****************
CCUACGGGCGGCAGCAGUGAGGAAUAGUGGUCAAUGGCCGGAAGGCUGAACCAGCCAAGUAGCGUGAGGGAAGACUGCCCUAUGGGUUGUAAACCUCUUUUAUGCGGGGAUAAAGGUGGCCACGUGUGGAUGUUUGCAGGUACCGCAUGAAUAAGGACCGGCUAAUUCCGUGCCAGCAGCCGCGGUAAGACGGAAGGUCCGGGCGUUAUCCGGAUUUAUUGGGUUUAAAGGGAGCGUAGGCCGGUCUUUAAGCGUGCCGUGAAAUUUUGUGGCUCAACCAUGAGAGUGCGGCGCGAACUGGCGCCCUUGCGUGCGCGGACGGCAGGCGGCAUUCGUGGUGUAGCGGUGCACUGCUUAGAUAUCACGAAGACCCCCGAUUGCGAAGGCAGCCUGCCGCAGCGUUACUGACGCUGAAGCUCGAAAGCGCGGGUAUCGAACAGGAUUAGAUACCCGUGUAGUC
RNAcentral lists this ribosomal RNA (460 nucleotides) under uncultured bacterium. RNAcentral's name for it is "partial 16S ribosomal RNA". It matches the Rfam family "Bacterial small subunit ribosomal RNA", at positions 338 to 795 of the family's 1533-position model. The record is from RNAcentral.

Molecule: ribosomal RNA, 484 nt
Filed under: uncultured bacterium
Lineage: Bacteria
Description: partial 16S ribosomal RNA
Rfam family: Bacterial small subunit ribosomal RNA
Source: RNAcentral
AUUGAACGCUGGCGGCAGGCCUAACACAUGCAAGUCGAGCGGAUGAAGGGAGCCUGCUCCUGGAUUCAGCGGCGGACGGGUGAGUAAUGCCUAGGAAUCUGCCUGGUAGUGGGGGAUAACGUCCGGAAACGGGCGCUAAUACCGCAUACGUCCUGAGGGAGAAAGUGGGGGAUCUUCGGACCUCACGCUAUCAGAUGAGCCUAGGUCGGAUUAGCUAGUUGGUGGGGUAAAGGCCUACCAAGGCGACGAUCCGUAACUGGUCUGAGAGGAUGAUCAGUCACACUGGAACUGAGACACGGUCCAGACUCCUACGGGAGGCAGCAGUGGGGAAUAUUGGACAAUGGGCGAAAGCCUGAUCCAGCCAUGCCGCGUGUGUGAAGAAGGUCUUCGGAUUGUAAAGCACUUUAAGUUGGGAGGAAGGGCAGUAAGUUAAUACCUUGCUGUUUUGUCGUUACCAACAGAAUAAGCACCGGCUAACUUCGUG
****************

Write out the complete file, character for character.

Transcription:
CCUACGGGCGGCAGCAGUGAGGAAUAGUGGUCAAUGGCCGGAAGGCUGAACCAGCCAAGUAGCGUGAGGGAAGACUGCCCUAUGGGUUGUAAACCUCUUUUAUGCGGGGAUAAAGGUGGCCACGUGUGGAUGUUUGCAGGUACCGCAUGAAUAAGGACCGGCUAAUUCCGUGCCAGCAGCCGCGGUAAGACGGAAGGUCCGGGCGUUAUCCGGAUUUAUUGGGUUUAAAGGGAGCGUAGGCCGGUCUUUAAGCGUGCCGUGAAAUUUUGUGGCUCAACCAUGAGAGUGCGGCGCGAACUGGCGCCCUUGCGUGCGCGGACGGCAGGCGGCAUUCGUGGUGUAGCGGUGCACUGCUUAGAUAUCACGAAGACCCCCGAUUGCGAAGGCAGCCUGCCGCAGCGUUACUGACGCUGAAGCUCGAAAGCGCGGGUAUCGAACAGGAUUAGAUACCCGUGUAGUC
RNAcentral lists this ribosomal RNA (460 nucleotides) under uncultured bacterium. RNAcentral's name for it is "partial 16S ribosomal RNA". It matches the Rfam family "Bacterial small subunit ribosomal RNA", at positions 338 to 795 of the family's 1533-position model. The record is from RNAcentral.

Molecule: ribosomal RNA, 484 nt
Filed under: uncultured bacterium
Lineage: Bacteria
Description: partial 16S ribosomal RNA
Rfam family: Bacterial small subunit ribosomal RNA
Source: RNAcentral
AUUGAACGCUGGCGGCAGGCCUAACACAUGCAAGUCGAGCGGAUGAAGGGAGCCUGCUCCUGGAUUCAGCGGCGGACGGGUGAGUAAUGCCUAGGAAUCUGCCUGGUAGUGGGGGAUAACGUCCGGAAACGGGCGCUAAUACCGCAUACGUCCUGAGGGAGAAAGUGGGGGAUCUUCGGACCUCACGCUAUCAGAUGAGCCUAGGUCGGAUUAGCUAGUUGGUGGGGUAAAGGCCUACCAAGGCGACGAUCCGUAACUGGUCUGAGAGGAUGAUCAGUCACACUGGAACUGAGACACGGUCCAGACUCCUACGGGAGGCAGCAGUGGGGAAUAUUGGACAAUGGGCGAAAGCCUGAUCCAGCCAUGCCGCGUGUGUGAAGAAGGUCUUCGGAUUGUAAAGCACUUUAAGUUGGGAGGAAGGGCAGUAAGUUAAUACCUUGCUGUUUUGUCGUUACCAACAGAAUAAGCACCGGCUAACUUCGUG